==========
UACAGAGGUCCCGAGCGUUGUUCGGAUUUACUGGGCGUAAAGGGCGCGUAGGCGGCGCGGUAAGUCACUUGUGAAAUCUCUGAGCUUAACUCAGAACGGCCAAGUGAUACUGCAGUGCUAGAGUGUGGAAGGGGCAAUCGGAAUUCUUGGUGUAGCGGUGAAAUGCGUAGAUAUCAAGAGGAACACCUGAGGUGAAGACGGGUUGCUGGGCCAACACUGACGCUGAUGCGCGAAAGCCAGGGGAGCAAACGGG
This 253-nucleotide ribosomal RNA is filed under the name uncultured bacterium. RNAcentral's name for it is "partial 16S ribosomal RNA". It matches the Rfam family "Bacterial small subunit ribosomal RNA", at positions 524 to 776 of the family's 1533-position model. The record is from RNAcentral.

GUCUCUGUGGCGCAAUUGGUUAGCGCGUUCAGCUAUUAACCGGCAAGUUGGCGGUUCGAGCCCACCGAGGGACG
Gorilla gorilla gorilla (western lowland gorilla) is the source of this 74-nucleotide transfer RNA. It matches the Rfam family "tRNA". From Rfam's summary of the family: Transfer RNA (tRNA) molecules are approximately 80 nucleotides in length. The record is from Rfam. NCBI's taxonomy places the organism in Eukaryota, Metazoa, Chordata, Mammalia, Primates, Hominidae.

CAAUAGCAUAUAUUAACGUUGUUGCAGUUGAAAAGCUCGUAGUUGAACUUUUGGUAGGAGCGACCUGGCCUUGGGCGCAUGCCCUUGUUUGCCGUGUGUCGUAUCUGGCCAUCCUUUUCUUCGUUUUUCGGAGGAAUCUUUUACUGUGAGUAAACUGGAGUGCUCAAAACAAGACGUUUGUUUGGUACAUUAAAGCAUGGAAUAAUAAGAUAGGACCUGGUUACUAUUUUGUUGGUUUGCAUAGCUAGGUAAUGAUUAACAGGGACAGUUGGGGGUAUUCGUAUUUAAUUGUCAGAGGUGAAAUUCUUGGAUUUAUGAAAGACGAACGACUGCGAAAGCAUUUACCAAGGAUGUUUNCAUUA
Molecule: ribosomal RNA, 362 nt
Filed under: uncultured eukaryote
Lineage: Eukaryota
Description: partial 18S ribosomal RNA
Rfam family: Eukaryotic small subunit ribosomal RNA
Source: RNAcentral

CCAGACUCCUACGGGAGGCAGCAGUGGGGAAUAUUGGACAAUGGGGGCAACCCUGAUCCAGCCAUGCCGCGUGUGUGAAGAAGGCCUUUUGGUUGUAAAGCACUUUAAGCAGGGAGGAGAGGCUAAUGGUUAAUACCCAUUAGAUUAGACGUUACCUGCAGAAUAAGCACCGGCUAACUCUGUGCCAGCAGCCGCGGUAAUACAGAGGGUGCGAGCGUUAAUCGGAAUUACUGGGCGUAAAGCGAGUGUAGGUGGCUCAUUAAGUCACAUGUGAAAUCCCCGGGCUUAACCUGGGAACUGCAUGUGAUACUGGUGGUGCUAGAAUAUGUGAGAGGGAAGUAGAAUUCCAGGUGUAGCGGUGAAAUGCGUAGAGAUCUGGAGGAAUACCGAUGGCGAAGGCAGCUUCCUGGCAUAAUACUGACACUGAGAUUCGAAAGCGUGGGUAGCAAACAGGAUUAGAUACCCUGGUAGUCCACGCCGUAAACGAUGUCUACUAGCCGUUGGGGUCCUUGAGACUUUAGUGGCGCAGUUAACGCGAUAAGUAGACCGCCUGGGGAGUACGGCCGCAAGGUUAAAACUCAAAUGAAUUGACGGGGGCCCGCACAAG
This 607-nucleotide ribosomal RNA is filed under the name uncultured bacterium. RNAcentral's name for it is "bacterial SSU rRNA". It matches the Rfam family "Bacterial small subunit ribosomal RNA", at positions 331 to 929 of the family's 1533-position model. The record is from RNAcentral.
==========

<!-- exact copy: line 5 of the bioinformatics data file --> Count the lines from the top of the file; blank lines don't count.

CAAUAGCAUAUAUUAACGUUGUUGCAGUUGAAAAGCUCGUAGUUGAACUUUUGGUAGGAGCGACCUGGCCUUGGGCGCAUGCCCUUGUUUGCCGUGUGUCGUAUCUGGCCAUCCUUUUCUUCGUUUUUCGGAGGAAUCUUUUACUGUGAGUAAACUGGAGUGCUCAAAACAAGACGUUUGUUUGGUACAUUAAAGCAUGGAAUAAUAAGAUAGGACCUGGUUACUAUUUUGUUGGUUUGCAUAGCUAGGUAAUGAUUAACAGGGACAGUUGGGGGUAUUCGUAUUUAAUUGUCAGAGGUGAAAUUCUUGGAUUUAUGAAAGACGAACGACUGCGAAAGCAUUUACCAAGGAUGUUUNCAUUA